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Notice

Notice of Determination Under Section 129 of the Uruguay Round Agreements Act: Antidumping Measures on Certain Hot-Rolled Flat-Rolled Carbon-Quality Steel Products from Japan

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Start Preamble

AGENCY:

Import Administration, International Trade Administration, Department of Commerce.

SUMMARY:

Consistent with section 129 of the Uruguay Round Agreements Act (URAA), which governs the Start Printed Page 71937Department's actions following WTO reports, the Department has calculated new rates with respect to the antidumping duty investigation on hot-rolled flat-rolled carbon-quality steel products (hot-rolled steel) from Japan, in order to implement findings of the World Trade Organization (WTO) Appellate Body. These new rates will apply to unliquidated entries of the subject merchandise that are entered, or withdrawn from warehouse, for consumption on or after November 22, 2002.

EFFECTIVE DATE:

November 22, 2002.

Start Further Info

FOR FURTHER INFORMATION CONTACT:

Mark Hoadley, Import Administration, International Trade Administration, U.S. Department of Commerce, 14th Street and Constitution Avenue, N.W., Washington, D.C. 20230; telephone: (202) 482-3148.

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SUPPLEMENTARY INFORMATION:

The Applicable Statute

Unless otherwise indicated, all citations to the statute are references to the Tariff Act of 1930, as amended (the Act). In addition, unless otherwise indicated, all citations to the Department's regulations are references to the provisions codified at 19 CFR Part 351 (2001). Finally, citation to “section 129” refers to section 129 of the URAA, codified at 19 U.S.C. § 3538.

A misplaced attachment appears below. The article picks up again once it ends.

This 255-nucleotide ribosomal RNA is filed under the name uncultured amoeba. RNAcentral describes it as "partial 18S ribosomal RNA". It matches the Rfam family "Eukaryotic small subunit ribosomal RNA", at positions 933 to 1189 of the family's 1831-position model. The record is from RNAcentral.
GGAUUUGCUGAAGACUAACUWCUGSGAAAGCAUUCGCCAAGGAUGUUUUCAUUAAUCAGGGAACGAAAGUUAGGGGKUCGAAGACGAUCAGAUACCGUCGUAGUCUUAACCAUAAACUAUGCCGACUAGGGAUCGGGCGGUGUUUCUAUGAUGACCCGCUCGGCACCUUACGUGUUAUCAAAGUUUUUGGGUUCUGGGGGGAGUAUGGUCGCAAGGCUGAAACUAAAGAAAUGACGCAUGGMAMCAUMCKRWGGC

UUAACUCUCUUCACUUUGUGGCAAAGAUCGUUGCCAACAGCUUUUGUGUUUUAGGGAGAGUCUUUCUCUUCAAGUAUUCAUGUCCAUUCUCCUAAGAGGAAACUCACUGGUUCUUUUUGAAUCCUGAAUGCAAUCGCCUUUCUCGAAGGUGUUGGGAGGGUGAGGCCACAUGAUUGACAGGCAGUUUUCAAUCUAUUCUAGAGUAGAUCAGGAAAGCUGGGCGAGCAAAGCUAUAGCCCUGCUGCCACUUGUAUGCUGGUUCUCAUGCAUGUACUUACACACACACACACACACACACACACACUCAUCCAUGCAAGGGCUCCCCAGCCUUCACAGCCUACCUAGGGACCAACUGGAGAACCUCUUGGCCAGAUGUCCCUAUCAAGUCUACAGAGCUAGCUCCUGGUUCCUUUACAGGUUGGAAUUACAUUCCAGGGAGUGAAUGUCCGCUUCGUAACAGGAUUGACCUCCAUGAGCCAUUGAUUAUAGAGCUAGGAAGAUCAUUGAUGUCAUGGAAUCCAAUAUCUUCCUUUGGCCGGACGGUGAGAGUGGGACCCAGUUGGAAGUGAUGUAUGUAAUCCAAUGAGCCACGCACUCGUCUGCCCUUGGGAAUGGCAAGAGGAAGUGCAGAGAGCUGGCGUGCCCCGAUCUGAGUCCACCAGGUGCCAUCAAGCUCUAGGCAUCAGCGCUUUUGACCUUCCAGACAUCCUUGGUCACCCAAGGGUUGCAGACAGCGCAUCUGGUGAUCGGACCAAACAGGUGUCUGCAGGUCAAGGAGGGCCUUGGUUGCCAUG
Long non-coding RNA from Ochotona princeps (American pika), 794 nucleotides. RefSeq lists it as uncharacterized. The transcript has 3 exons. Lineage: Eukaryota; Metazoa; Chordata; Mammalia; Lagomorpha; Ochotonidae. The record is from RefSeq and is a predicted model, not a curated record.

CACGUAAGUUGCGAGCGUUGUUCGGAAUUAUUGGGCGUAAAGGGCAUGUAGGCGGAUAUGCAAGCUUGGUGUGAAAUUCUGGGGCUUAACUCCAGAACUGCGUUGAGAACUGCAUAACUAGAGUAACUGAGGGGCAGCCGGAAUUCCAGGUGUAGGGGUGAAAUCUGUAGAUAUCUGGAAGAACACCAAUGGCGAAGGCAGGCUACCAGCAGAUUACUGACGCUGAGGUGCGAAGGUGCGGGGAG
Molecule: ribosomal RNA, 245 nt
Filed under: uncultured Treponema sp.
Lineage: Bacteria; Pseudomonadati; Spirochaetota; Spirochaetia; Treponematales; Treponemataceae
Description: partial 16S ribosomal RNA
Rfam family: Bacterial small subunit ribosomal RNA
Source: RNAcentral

Background

On April 28, 1999, the Department of Commerce issued a final determination of sales at less than fair value in the antidumping investigation on hot-rolled steel from Japan. Notice of Final Determination of Sales at Less Than Fair Value: Hot-Rolled Flat-Rolled Carbon-Quality Steel Products From Japan, 64 FR 24329 (May 6, 1999) (Final Determination). Following an affirmative injury determination issued by the United States International Trade Commission, the Department issued an antidumping duty order on this product on June 23, 1999. Antidumping Duty Order; Certain Hot-Rolled Flat-Rolled Carbon-Quality Steel Products From Japan, 64 FR 34778 (June 29, 1999).